Medford Historical Society & Museum
The Medford Historical Society and Museum offers exhibits that interpret the history of this Massachusetts community along with archival records such as city directories and school records, maps, historic photographs and postcards, artwork, textiles, and military artifacts. The organization also preserves and shares genealogical materials by operating a local history and genealogy reference library. Two of its most significant collections are the Samuel Crocker Lawrence Civil War Photograph collection of albumen prints, and the Medford Slave Letters collection, a correspondence dating to 1759-65 between Medford resident Timothy Fitch and his employee Captain Peter Gwinn regarding the trafficking and sale of African slaves in the triangular Atlantic slave trade.
Backstory and Context
Matthew Cradock, English merchant, Puritan, and Governor of the Massachusetts Bay Company, sent men to stake out a plantation near the ford on the Mystic River in 1630; in the same year, John Winthrop arrived in New England and replaced Cradock (who remained in England) as Governor. A group of the merchant's employees settled on the land, which became known as Medford—not a town, but the private plantation of Cradock. Winthrop, too, had a plantation on the Mystic, called Ten Hills, which later became part of the town. Medford residents farmed, fished, built ships, kept cattle and pigs, and traded with Native Americans for furs and skins, using the river far more than the woodland paths that served as roads. Where today's Medford Square stands, Cradock's employees first lived in a house known as Meadford or Mistick House, working in the Great Barn, which stood until 1722. Huts and log-houses were constructed in the 1630s-40s, along with a few brick houses, three of which remain standing: the Peter Tufts House, the Johnathan Wade House, and part of the Royall House. The first ship constructed by the residents of Ten Hills and Medford was The Blessing of the Bay (1631). In 1641, the success of the Puritan Revolution in England (see link below) caused immigration to the Massachusetts Bay Colony to decline sharply, and Medford's population and economy declined with it. The heirs of Matthew Craddock sold the plantation to Edward Collins, deacon of the First Church, in 1652. As Collins began selling land to individuals in the community later in the decade, an informal community government took shape, meeting in private homes and electing the first Board of Selectmen in 1674. Taxes, collected by the town constable, could be paid in crops, lumber, furs, or other "country pay." Medford citizens were also required to send "one peck of corn annually, for the support of poor students," at Harvard University (2).
Puritan laws were strict, and adherents of other denominations, such as Quakers, were driven out of Medford. Collins was the first slave owner in the town, but others followed. Both American Indians and African Americans were enslaved within the Massachusetts Bay Colony, and, as in the South, slaves were commonly whipped for even small transgressions. Not until 1783 was slavery outlawed in Massachusetts.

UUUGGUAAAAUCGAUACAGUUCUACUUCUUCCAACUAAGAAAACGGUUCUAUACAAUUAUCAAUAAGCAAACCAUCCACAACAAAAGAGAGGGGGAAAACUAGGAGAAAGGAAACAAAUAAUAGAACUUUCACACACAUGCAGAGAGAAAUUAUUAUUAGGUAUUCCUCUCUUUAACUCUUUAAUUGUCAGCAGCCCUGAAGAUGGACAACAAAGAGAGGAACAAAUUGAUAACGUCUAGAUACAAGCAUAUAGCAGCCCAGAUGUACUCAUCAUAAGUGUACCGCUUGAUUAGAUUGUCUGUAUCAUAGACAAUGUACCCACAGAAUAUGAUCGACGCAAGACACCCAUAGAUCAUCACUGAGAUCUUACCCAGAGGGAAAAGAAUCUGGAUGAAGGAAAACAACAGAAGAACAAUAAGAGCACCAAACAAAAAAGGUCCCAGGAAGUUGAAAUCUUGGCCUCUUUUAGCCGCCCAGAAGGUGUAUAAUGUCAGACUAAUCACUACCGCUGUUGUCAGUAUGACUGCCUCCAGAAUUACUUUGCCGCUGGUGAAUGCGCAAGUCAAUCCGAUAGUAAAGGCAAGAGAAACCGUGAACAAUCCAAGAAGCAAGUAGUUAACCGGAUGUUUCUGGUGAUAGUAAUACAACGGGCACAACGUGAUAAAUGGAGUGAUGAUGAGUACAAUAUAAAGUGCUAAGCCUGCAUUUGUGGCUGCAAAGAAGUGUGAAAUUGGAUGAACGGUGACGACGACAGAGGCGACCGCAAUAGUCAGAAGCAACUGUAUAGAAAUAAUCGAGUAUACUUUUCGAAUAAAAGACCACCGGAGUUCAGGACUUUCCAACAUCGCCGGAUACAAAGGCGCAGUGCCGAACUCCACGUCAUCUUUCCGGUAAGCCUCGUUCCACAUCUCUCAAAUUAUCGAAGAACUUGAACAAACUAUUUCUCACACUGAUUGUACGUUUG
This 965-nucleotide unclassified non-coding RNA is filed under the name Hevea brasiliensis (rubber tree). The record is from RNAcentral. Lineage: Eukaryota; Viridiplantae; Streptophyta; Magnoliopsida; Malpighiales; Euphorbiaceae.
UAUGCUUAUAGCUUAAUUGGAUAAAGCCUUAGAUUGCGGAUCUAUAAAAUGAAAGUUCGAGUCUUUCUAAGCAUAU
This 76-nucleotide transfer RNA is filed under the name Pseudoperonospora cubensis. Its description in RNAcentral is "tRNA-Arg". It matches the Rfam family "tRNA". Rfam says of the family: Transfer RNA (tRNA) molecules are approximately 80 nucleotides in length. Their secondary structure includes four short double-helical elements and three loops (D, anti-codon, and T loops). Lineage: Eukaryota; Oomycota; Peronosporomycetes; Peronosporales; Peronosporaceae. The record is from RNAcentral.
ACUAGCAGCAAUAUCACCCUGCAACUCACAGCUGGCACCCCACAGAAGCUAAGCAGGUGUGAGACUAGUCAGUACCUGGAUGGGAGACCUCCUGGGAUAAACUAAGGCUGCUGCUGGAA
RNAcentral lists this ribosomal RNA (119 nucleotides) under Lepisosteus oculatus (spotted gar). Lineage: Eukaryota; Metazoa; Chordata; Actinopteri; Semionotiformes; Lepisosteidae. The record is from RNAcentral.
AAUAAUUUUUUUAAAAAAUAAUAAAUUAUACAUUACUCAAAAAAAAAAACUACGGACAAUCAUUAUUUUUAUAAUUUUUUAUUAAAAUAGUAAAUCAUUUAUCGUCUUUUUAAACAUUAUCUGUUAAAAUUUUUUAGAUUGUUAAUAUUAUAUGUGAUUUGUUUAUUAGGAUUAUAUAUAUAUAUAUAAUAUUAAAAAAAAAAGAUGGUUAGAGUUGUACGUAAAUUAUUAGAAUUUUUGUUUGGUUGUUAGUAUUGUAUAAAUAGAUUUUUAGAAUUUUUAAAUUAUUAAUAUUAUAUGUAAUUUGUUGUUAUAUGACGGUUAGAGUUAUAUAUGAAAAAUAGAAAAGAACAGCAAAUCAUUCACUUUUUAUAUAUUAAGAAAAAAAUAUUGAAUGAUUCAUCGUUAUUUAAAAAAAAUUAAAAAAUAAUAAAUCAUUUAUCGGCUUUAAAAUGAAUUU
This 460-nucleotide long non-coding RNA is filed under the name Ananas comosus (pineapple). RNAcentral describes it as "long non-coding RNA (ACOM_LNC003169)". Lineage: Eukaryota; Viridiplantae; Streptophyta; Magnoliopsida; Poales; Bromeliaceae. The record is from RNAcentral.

The first bridge across the Mystic had been constructed in 1637 at the site of the present-day Cradock Bridge; this toll bridge remained the only crossing aside from fords and ferries until 1787, boosting Medford's economy as Boston and other New England cities grew. It also brought the Flying Stage-Coach line from Portsmouth, New Hampshire to Boston in 1761 and several more over the next two decades. Taverns were opened to serve travelers, the oldest being Daniel Woodward's (1690). Blanchard's Tavern, popular for "sleighing and dancing parties," was the terminal of the Medford and Boston Stage Coach Line (2). As Medford grew, services were added. By 1785, the Medford Amicable Fire Society was formed, and three years later the first almshouse was opened on Canal Street. President John Adams appointed the first Medford postmaster, Samuel Buel, around 1800. During the American Revolution, Medford citizens resisted the British first by refusing to pay taxes or sell supplies to England, hiding stores of saltpeter, and forming a company of 59 Minutemen led by Isaac Hall. On April 18, 1775, Paul Revere rode over the Medford Bridge and warned Hall that the British were approaching on their way to Lexington and Concord. The Medford Company joined the Reading Company for the battle at Lexington, then Bunker Hill, Ticonderoga, Morristown, Stillwater, and Valley Forge. A second company formed to protect Medford itself. A field hospital was set up on the south end of the bridge, and entrenchments built on Winter Hill, where Winthrop's home had once stood. Refugees from Charlestown and Boston were sheltered in Medford. Sarah Fulton nursed soldiers at the field hospital and acted as courier between troops in Boston and Medford. Only two Medford citizens left to join the British: Colonel Isaac Royall and brick-maker Joseph Thompson.
With the opening of the Middlesex Canal at the beginning of the nineteenth century, Medford became an important ship-building town. Other industries with long histories in the town expanded, as well, namely brick-making and the distilling of rum. The 1830s brought the first railroad, the Boston and Lowell Railway. Medford officially became a city and elected its first mayor, Samuel Crocker Lawrence (a Civil War General for the Union), in 1892. Four years later, in 1896, the Medford Historical Society was formed.